When the spindle is finally assembled, the microtubules pull the chromosomes to opposite poles and initiate the physical division of the cell. “We now have a more complete understanding of how the spindle assembles and functions and can use our novel marker for testing old and new hypotheses about underlying mechanisms,” says the scientist.

A new tool to study cancer

In addition, the breakthrough paves the way to “better” understanding the mode of action of drugs that inhibit microtubules and that are used in chemotherapy. These kinds of drugs impede the mitotic spindle, thus preventing cell division and interfering with tumour growth.

In spite of the many years of clinical success of these treatments against cancer, little is known about how they impair spindle architecture and function. Although these drugs are highly efficient, they do not show the specificity desirable as they also affect healthy dividing cells. In addition, they affect non-dividing cells such as neurons, in which microtubules also have important functions.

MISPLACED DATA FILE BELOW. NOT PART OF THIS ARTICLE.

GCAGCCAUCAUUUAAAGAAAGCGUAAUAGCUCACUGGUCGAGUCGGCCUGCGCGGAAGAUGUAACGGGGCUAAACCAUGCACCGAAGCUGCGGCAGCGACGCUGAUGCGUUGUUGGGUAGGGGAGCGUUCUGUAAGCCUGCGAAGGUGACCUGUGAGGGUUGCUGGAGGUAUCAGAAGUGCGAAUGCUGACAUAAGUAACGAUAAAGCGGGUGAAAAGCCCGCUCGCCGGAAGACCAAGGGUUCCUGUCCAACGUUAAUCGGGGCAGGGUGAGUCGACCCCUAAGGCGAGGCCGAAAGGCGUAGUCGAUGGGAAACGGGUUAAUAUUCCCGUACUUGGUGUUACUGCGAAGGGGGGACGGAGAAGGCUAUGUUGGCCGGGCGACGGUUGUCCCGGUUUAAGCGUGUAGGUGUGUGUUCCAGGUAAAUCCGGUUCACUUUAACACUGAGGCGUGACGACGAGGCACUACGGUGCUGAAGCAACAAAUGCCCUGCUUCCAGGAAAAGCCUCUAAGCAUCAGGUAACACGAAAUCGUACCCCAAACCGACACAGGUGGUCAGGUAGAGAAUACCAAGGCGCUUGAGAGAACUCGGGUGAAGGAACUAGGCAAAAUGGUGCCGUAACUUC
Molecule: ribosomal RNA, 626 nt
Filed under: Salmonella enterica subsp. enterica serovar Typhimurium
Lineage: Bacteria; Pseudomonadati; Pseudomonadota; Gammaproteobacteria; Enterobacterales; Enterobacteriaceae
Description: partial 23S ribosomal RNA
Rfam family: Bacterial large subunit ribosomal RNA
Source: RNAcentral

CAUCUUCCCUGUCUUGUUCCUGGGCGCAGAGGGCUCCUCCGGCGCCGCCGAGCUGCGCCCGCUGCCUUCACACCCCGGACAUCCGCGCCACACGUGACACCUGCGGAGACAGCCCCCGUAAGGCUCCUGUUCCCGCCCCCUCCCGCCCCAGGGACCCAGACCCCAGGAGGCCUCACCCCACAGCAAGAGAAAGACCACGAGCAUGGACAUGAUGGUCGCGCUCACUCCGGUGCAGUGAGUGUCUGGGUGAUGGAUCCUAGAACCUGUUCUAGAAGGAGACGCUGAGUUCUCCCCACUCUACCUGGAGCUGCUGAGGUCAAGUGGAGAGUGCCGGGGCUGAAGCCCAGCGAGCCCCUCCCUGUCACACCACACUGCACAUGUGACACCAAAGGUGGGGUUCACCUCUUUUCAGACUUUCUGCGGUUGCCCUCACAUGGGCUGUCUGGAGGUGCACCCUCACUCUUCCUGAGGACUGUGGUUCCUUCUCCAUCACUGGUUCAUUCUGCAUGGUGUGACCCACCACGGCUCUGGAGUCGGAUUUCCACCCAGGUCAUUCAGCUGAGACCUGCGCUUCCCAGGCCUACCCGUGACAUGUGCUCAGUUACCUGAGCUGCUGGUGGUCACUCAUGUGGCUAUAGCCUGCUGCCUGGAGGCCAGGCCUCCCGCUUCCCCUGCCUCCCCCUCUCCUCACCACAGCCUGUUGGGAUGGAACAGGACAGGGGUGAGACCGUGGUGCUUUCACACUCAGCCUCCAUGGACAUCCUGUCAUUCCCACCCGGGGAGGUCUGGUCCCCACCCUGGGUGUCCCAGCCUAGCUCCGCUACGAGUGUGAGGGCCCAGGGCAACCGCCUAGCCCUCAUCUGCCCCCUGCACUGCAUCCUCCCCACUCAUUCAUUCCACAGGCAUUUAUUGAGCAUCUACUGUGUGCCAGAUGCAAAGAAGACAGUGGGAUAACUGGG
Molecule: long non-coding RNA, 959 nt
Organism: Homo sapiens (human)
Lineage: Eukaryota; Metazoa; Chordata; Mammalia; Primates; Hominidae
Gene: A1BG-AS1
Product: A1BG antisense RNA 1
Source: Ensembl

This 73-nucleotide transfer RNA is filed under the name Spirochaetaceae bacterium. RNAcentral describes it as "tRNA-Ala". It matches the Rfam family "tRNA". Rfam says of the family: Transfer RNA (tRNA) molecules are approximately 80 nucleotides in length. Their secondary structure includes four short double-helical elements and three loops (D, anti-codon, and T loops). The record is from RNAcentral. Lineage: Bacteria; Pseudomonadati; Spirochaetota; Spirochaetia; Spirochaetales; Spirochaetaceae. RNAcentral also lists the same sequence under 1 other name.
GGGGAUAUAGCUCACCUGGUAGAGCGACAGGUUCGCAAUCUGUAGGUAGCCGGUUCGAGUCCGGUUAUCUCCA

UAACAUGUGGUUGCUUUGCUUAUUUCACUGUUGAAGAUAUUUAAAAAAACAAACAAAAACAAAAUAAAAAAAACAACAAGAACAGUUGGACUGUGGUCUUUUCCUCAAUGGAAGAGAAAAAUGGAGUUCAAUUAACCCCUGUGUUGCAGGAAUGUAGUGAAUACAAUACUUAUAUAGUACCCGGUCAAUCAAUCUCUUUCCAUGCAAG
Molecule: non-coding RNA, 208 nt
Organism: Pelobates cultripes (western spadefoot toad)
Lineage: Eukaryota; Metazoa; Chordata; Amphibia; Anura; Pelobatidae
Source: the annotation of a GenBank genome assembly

“A better understanding of the differences in spindle organisation between cancer and healthy cells and how they respond to microtubule-targeted drugs is essential in order to optimise treatments, for example by identifying more specific drugs or new targets. This tool could be useful to achieve these objectives,” states the researcher.

The study has been supported by structural funds from the Generalitat de Catalunya, a Marie Curie grant from the European Union, and the Plan Nacional, of the Ministry of Economy and Competitiveness.

Reference article:
The dynamics of microtubule minus ends in the human mitotic spindle
Nicolas Lecland and Jens Lüders
Nature Cell Biology (2014) Doi: http://dx.doi.org/10.1038/ncb2996